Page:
Given that the democracy happy talk turned out to be an actual political objective rather than the standard hyperbole used when rallying a democracy to fight, that’s sort of where I thought we should have gone.

    You can smash and run if your objective is merely regime change and sending a message that you’d better behave or this will happen to you. Using that approach, you get rid of the worst of the worst and leave the native grown-ups who know what they’re doing in charge. That means no de-Baathification and leaving all but Saddam’s top cronies in place.

    The military as a conversion tool for society model is not one I think useful. If that’s your mission though, you’ve got to then set up an army of occupation. You can run a benevolent government and give the locals as much dignity as possible — still keeping the bureaucrats, military, and police rank-and-file in place and drawing a paycheck — but you’re running the show.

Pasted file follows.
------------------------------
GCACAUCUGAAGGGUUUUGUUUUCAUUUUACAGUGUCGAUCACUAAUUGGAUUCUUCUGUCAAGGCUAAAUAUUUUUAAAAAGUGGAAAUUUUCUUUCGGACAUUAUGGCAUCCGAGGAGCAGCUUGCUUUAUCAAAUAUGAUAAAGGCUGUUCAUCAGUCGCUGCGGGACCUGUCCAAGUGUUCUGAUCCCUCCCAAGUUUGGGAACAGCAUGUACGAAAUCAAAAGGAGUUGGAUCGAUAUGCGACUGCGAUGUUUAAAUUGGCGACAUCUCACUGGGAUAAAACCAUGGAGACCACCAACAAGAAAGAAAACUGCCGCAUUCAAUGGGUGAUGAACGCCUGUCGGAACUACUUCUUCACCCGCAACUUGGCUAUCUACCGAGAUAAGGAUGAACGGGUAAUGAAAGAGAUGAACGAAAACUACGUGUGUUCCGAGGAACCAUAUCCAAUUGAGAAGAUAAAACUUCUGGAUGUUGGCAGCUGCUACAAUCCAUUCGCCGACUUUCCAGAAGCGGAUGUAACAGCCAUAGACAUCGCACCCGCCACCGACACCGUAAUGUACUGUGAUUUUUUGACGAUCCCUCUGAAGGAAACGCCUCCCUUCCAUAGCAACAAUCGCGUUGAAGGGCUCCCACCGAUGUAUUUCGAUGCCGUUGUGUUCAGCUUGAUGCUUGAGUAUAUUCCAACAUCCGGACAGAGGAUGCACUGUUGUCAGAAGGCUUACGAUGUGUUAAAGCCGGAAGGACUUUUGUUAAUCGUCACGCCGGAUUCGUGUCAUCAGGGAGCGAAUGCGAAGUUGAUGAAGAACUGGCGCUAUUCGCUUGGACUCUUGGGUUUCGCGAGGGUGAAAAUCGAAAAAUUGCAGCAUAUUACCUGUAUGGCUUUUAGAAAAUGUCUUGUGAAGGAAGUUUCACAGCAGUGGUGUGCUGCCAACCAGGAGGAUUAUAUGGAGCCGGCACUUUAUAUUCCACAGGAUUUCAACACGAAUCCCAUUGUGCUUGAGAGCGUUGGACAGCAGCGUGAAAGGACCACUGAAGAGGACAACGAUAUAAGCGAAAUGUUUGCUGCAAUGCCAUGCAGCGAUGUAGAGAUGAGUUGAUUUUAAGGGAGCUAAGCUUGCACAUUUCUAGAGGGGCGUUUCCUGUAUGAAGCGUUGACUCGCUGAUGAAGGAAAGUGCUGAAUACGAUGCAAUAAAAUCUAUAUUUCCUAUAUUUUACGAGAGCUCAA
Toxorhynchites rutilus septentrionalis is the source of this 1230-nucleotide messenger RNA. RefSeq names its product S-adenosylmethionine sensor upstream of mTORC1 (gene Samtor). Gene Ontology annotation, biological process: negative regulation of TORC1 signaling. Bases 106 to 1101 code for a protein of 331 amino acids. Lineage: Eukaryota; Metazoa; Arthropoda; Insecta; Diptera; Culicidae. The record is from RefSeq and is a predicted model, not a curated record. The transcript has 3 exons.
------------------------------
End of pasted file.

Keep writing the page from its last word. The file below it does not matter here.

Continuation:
We wound up with the worst of both worlds: A too ambitious mission, a too-small force, and pretending that the Iraqis were “sovereign” when they weren’t.

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  25. Iraq Reviews says:

    Iraq War Casualty Predictions…

    [Source: Outside The Beltway | OTB] quoted: With the exception of a very few people who deeply understood the social/political/historical situation in Iraq and the surrounding countries in the region(who were to a person dismissed as liberal/peace…

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  26. Barry says:

    James: “Then again, I wasn’t counting on a multi-year occupation during which we fought against multiple insurgent groups while trying to democratize Iraq. I presumed, as did Don Rumsfeld and others, that we would topple Saddam Hussein’s government, install an interim government, and elect a permanent government within some short period.”

    Installing an interim government in a place that’s been a one-party state since the 1960’s (?) is not exactly a quick and easy thing.